“I was talking to all the people because I was being a sales person.”
“Why is there only one?” the Premier asked. “Are they bringing more in?”
“They said they would be releasing some soon,” Ashton confirmed.
“Are they in the United States?”
“They’re not on shelves anywhere …,” said Keys.
“… so this is the only one here,” Ashton finished.
“Did you try it out when you were in Edmonton?” asked Wall.
“I haven’t even held it yet,” said Ashton.
“Wow. Four on Earth, basically, and one’s here in Swift Current,” observed the Premier, drawing out the suspense as he presented Ashton with the box. “And that’s it right there.”
“Have you opened the box yet?”
Finally, Ashton lifted the ‘All New’ Z300 Sniper out of the box.
“This thing’s heavy. I don’t know where the ammo goes.”
“That’ll be the fun part,” said Wall. “You can figure it all out tonight. Congratulations. You must have done a good sales job to get that. That’s pretty special."
“Yeah, special,” Ashton agreed. “It was nice meeting you,” he added, shaking the Premier’s hand.
“I’m glad I got to be here for this,” Wall told Ashton. “It’s kind of history. It’s historic, right, because this didn’t happen anywhere else in Canada with one of these. You’ll have to send me a note and tell me how it works.”
Ashton is looking forward to learning and competing with his new team and his new marker. Paintball is one of the few sports where all age groups and abilities can play together at the same time, and it’s an activity that combines sprinting and strategy with a need for quick thinking, team-work and eye-hand coordination.
His mother is grateful that everyone involved in the sport has been so supportive.
“[Autism] is extremely challenging, for us and for him too,” said Shammy. “It can be really, really frustrating because they view things quite differently than we do, and they don’t process the same way. It can be a bit much for us, but for a lot of people it can be totally overwhelming. Sensory overload. They just totally fall apart. He copes by acting out. The more he has a really good outlet, that’s important. That’s why I’m excited about this.”
Keys and Panasiuk love the sport because it develops cohesiveness and strength in teams of all kinds. They have three complete families as members who play together.
Ashton benefits from learning appropriate social interaction and structure as well as the need to communicate and develop the ability to send and understand social cues like facial and body language.
“Team building is huge in this. You have to rely on your team to be able to move and get to know where the other players are,” Keys said.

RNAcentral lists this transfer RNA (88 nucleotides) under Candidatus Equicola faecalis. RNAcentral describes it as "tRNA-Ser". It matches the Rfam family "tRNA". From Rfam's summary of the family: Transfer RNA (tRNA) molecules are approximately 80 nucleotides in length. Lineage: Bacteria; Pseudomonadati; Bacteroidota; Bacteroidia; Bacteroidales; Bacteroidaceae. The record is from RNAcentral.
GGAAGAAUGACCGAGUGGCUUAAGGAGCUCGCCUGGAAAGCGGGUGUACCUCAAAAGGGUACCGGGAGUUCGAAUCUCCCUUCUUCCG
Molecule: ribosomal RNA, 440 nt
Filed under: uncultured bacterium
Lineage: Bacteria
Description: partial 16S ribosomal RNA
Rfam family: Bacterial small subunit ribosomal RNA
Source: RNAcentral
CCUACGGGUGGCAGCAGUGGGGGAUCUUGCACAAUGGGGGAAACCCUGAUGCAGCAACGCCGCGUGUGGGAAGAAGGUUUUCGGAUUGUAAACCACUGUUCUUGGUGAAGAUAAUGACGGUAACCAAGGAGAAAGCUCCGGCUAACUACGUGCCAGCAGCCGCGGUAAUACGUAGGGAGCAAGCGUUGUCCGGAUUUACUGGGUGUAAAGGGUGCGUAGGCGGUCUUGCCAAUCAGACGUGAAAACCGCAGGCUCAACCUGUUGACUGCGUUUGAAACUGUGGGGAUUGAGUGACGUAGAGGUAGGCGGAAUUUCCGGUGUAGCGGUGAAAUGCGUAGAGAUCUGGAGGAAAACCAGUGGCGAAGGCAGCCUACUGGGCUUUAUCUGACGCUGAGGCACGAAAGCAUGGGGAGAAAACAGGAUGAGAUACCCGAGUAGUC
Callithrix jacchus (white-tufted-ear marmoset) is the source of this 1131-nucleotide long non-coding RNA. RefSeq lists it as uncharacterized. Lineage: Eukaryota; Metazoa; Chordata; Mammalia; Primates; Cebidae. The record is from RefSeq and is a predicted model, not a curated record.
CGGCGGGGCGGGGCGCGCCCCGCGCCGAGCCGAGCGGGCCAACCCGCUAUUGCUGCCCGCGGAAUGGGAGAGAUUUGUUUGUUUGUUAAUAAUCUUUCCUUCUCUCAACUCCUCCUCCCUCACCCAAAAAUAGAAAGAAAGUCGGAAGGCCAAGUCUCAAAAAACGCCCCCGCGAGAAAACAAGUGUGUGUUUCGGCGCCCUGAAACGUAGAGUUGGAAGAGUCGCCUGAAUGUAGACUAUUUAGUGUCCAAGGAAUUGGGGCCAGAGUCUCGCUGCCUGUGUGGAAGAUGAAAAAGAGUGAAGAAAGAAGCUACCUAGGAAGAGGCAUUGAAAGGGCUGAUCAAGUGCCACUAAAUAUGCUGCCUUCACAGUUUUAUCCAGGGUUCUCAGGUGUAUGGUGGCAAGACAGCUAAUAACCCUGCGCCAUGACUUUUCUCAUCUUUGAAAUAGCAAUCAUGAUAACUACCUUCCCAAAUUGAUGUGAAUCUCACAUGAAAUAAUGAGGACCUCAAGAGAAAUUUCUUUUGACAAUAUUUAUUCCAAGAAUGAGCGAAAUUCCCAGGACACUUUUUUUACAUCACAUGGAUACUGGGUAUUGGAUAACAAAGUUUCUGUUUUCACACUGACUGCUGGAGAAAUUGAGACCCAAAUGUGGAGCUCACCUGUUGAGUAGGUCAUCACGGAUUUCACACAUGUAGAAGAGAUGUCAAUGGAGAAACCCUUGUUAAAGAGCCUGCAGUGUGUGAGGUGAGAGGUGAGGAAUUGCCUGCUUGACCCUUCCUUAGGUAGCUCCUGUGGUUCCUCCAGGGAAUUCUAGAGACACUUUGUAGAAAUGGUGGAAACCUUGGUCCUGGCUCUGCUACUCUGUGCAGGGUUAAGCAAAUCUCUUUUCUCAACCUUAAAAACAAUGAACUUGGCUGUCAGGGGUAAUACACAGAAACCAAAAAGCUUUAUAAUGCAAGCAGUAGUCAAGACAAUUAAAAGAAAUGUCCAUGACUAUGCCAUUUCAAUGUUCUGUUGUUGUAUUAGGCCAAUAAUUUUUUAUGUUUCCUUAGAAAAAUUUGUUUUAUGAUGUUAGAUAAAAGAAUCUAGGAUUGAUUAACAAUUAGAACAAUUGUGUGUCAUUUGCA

Co-owner Rene Panasiuk noted, “Anybody can play paintball. It doesn’t matter if you’re tall or short, older or younger. Everybody can be on the field at the same time playing, and it’s one of the only sports where you can do that. No restrictions. Some play from wheelchairs. They play with perfectly able-bodied people at a professional level.”
The games are also intense. “A game might last five minutes if you’re lucky,” said Keys. “There’s a lot of communication and team building in that five minutes.”
Army Paintball holds both training courses and local Woodsball, or Scenario, competitions on land that Keys owns near Wymark. Their club regularly takes teams sponsored by local businesses to regional competitions. Keys and Panasiuk are involved with the Canadian Professional Paintball League and they are trying to get paintball sanctioned as a sport in Saskatchewan.
“With this Splat Master, there’s games designed,” said Keys about structure for the younger enthusiasts, “and what we want to do this year is hold some games for the kids, not that they’re just going to go out and shoot each other, but actually train them with a static shoot, first of all, and then a move and shoot, and then an obstacle shoot, and then go into a game.
“There’s a series of tournaments now at Calgary and Edmonton, and we want to bring that to Swift Current. They’ve volunteered Refs to come down.”
Interest in Paintball is spreading throughout southwest Saskatchewan.
“There’s a huge group down in Shaunavon,” said Keys. “Their Fire Chief is in here quite a lot. There’s a group in Gull Lake. One of our boys down here is in the cadets. Through that we’ve had some cadets come down here. We’ve had the RCMP come out too. Two years running we’ve had the RCMP come out.”
Paintball empowers Ashton to succeed at a sport that he loves while he gets the physical, intellectual and social workout he needs, free from the framework of autism.
“Because of him and his chatting, he’s brought a lot of people towards Andy and what he’s doing here at the store,” said Shammy. “A lot of people don’t know anything about this as a sport, which is unfortunate because it’s a great thing.”
Army Paintball is located next to AM Delivery and Courier Services at 910 N. Railway St. W. Their website, under construction, is http://armypaintball.ca/.